Notice: Trying to get property 'slug' of non-object in /home/sgumdev/public_html/wp-content/themes/sgum_2016/single.php on line 44

Annual Review – Income

By Travis Johnson, Stock Gumshoe, January 27, 2017

(adsbygoogle = window.adsbygoogle || []).push({ google_ad_client: "ca-pub-0585312801691043", enable_page_level_ads: true });

We’re closing in on the end of my annual navel-gazing exercise in portfolio review, and today it’s time to look at the “income” stocks in my portfolio. During the week next week I’ll catch up with a few smaller positions that don’t fit into the neat sectors I’ve divvied up thus far, like Disney, for example, and also summarize my whole portfolio and establish the watchlist — and as part of our reorganized format for this kind of stuff, I’ll post updated metrics on my portfolio and thoughts on those stocks and any commentary on those stocks or my watchlist as part of my ongoing Friday File notes to the Irregulars. Ready?

My investments that really count as “income equities” are all in REITs right now, though I have from time to time also held plenty of conventional high-dividend stocks like telecoms and utilities (including Verizon, which I just sold), MLPs, BDCs and other pass-through companies and high yielders, and I’ve always had a fondness for dividends… money that companies actually pay to you can’t be faked or fudged so easily, and it doesn’t rely as much on optimistic assessments about future growth.

REITs are Real Estate Investment Trusts, which you knew, and they are essentially set up as a way for individual investors to get access to real estate as a liquid investment. They don’t pay corporate taxes as long as they pass along 90% of their income to shareholders (for whom that money is generally taxed as regular income, not qualified dividend income), and in practice many of them pass along much more than that (cash flow is much higher than income for pretty much all REITs, mostly because depreciation and amortization come out of reported income but aren’t cash payments… and the big tailwind for REITs over the past 50 years is that most properties have gained more than enough in value, often just from the land value itself, to make up for the costs of repair or replacement of depreciating buildings, so property owners haven’t really been punished for not setting aside most of that depreciation cash for future repair/replacement the way you would have to with the equipment on a factory floor, or an automobile).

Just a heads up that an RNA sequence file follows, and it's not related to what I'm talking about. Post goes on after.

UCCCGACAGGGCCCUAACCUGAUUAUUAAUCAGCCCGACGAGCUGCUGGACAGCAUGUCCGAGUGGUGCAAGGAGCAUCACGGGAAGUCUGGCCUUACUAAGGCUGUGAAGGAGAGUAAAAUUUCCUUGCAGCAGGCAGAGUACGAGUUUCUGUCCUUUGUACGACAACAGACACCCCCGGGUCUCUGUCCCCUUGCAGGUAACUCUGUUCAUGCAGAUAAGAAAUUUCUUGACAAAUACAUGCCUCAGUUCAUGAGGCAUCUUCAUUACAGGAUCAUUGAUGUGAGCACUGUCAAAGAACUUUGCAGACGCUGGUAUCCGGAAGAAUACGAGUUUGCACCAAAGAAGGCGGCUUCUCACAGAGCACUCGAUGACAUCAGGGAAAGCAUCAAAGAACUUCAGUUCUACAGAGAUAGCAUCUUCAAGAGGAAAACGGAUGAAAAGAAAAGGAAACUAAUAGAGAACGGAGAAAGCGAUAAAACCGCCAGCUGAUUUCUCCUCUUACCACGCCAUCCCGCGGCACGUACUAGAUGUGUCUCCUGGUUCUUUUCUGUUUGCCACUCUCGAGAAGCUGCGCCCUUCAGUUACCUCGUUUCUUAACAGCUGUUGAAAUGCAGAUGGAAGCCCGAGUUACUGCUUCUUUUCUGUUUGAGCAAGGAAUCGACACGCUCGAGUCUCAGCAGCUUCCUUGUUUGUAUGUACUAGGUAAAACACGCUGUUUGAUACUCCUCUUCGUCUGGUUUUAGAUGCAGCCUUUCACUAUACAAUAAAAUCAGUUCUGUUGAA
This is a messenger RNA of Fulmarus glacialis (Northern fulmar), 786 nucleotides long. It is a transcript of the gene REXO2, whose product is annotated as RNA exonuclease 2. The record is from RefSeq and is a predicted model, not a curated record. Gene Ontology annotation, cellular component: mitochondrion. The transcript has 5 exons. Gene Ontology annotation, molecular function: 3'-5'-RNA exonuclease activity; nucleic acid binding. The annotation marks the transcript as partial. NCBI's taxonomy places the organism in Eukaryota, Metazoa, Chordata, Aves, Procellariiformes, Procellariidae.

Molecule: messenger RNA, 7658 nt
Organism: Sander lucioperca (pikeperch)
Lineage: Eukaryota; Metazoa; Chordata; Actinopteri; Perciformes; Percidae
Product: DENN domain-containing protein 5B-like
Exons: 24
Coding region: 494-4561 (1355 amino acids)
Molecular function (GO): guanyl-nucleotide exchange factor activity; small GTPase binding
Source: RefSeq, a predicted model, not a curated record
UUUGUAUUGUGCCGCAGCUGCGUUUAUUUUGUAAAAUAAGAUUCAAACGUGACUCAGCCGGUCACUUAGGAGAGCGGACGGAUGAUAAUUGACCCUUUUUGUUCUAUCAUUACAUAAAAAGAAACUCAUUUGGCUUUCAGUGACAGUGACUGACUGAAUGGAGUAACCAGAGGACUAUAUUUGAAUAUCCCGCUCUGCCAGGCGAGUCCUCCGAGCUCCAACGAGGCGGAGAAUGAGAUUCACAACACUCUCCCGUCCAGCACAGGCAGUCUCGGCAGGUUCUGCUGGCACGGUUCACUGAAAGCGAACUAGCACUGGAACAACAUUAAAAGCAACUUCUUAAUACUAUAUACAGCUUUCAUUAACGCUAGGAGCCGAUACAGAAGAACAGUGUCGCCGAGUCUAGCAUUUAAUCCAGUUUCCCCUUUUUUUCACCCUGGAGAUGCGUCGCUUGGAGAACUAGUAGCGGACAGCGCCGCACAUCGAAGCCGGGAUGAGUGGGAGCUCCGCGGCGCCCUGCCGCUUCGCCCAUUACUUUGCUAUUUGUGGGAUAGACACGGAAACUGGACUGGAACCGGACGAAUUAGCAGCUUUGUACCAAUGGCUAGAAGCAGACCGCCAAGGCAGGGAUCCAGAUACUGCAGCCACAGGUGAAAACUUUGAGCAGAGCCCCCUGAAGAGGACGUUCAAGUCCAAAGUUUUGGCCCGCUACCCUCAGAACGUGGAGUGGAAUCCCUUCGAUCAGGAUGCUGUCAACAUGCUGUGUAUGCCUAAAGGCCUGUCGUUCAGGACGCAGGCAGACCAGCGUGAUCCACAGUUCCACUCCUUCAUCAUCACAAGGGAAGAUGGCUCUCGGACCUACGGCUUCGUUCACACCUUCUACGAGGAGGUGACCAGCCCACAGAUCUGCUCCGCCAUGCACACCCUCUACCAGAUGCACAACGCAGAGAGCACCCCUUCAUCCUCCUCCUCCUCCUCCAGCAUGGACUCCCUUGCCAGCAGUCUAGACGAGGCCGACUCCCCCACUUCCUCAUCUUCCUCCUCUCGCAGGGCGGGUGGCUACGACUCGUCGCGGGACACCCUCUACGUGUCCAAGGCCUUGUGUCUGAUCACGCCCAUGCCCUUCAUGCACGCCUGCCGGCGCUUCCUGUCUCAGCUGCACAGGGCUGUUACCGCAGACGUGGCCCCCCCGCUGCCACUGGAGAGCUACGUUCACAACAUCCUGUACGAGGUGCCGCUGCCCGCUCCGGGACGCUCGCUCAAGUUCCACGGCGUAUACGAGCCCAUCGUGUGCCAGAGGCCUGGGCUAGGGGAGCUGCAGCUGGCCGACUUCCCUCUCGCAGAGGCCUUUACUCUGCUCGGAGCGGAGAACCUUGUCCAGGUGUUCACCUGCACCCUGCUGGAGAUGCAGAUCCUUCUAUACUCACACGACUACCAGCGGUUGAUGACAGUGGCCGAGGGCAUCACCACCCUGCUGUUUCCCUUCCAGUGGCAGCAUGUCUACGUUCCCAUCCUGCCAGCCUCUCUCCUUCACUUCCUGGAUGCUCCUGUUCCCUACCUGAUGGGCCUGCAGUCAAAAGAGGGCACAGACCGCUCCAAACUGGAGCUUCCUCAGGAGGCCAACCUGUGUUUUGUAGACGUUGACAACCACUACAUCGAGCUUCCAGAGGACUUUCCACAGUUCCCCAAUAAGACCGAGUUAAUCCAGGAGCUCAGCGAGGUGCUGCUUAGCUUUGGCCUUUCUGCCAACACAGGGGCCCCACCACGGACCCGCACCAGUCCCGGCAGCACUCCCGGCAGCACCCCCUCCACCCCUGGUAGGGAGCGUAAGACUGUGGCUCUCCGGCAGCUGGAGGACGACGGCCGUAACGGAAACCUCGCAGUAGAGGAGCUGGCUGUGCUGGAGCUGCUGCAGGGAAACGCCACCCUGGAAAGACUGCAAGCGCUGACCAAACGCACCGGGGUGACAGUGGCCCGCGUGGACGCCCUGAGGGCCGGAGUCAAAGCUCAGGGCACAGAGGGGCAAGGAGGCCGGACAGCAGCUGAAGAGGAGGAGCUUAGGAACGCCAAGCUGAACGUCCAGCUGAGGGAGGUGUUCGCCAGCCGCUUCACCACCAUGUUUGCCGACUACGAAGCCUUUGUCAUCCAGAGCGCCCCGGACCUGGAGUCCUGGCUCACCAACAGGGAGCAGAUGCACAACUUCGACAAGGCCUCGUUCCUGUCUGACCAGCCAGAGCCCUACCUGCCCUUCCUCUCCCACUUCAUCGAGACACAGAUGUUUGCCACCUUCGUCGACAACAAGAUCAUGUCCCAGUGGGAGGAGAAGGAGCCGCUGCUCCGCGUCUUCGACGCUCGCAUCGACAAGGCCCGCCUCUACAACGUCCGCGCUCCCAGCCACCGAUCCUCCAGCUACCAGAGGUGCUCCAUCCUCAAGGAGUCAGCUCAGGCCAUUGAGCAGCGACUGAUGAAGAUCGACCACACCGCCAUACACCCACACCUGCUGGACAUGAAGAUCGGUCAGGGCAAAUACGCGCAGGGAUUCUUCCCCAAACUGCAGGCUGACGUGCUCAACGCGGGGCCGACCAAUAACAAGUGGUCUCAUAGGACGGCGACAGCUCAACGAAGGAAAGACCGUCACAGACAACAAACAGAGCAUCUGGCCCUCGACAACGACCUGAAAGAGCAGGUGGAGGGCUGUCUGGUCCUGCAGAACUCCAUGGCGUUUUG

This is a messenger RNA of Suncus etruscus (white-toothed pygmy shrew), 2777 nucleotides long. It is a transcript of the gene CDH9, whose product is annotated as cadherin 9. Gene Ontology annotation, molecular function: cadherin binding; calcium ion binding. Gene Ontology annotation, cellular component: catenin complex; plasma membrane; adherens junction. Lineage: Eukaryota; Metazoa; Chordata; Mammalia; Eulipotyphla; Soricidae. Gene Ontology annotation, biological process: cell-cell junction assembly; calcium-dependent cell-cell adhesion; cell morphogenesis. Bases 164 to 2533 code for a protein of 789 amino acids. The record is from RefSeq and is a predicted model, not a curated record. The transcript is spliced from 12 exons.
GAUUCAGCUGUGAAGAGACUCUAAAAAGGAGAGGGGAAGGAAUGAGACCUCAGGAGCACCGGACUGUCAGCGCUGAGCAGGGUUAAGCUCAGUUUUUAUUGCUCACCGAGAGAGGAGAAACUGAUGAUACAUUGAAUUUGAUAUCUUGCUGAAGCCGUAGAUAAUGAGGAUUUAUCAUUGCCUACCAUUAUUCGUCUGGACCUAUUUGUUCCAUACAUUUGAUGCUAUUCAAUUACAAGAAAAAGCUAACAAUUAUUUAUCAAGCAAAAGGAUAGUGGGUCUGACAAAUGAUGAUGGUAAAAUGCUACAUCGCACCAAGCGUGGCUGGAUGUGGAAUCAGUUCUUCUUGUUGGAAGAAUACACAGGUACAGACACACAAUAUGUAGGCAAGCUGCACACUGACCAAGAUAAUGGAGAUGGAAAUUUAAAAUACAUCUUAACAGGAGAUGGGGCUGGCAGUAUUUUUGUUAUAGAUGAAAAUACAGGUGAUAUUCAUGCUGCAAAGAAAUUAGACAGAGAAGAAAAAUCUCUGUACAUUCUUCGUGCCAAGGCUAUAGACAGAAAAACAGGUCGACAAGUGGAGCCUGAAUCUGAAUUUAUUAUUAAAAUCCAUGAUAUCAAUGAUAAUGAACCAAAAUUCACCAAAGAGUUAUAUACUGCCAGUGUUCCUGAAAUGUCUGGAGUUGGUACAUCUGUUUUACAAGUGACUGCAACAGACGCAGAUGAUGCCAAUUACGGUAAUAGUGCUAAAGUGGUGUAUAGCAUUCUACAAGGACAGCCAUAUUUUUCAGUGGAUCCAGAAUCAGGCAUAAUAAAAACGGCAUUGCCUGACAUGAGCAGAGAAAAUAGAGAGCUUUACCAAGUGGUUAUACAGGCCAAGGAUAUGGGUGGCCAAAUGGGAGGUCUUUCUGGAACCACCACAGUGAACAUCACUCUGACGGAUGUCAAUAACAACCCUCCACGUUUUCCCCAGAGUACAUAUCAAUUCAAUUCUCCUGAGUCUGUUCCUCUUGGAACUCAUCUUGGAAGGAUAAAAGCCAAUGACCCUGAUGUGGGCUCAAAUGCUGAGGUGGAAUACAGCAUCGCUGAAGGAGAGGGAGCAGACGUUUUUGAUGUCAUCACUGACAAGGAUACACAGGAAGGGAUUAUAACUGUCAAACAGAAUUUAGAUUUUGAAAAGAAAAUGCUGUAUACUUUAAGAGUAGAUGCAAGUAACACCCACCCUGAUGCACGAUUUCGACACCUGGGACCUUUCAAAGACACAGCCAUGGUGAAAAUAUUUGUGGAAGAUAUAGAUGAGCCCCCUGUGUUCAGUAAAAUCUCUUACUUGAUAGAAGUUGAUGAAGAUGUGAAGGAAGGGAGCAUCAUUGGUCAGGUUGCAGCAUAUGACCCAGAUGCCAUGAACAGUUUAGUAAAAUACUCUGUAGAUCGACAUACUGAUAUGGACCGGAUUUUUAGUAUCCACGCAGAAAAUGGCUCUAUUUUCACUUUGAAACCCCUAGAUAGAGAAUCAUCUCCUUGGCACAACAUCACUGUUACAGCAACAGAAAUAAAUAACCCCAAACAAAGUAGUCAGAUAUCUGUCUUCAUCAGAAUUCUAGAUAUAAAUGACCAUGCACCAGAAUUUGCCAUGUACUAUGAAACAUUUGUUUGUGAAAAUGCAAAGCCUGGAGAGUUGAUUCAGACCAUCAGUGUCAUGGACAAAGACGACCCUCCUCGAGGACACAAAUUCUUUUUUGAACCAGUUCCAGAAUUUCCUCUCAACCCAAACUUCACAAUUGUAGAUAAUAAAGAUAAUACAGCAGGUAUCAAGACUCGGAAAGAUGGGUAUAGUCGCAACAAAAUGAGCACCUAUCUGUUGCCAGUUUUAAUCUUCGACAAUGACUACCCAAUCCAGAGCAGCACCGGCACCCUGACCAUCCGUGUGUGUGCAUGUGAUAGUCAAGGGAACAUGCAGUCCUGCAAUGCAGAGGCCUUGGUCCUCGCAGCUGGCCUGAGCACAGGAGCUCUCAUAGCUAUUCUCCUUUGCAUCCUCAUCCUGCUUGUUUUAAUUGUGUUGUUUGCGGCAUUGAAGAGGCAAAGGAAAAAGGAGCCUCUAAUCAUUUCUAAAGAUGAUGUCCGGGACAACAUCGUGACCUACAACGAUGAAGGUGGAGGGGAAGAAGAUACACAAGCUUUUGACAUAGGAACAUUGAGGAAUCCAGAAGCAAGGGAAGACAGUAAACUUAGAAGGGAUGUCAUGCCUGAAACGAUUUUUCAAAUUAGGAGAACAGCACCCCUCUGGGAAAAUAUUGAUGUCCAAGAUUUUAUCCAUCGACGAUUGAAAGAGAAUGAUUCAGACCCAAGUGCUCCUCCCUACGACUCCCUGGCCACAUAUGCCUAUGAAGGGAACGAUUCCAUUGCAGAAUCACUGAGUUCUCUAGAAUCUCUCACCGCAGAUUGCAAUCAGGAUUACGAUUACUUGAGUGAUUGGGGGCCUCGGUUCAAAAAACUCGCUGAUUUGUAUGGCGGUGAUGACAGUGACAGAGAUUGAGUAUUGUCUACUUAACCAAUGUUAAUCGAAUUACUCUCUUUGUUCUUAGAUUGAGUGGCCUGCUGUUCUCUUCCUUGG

REITs are typically valued using Funds From Operations (FFO), not earnings, mostly because that helps to standardize things and ...

Sign Up for a Premium Membership

To view the rest of this article (and to have full access to the rest of our articles), sign up.
Already a member, log in.

Become a member

We use cookies on this site to enhance your user experience. By clicking any link on this page you are giving your consent for us to set cookies.

More Info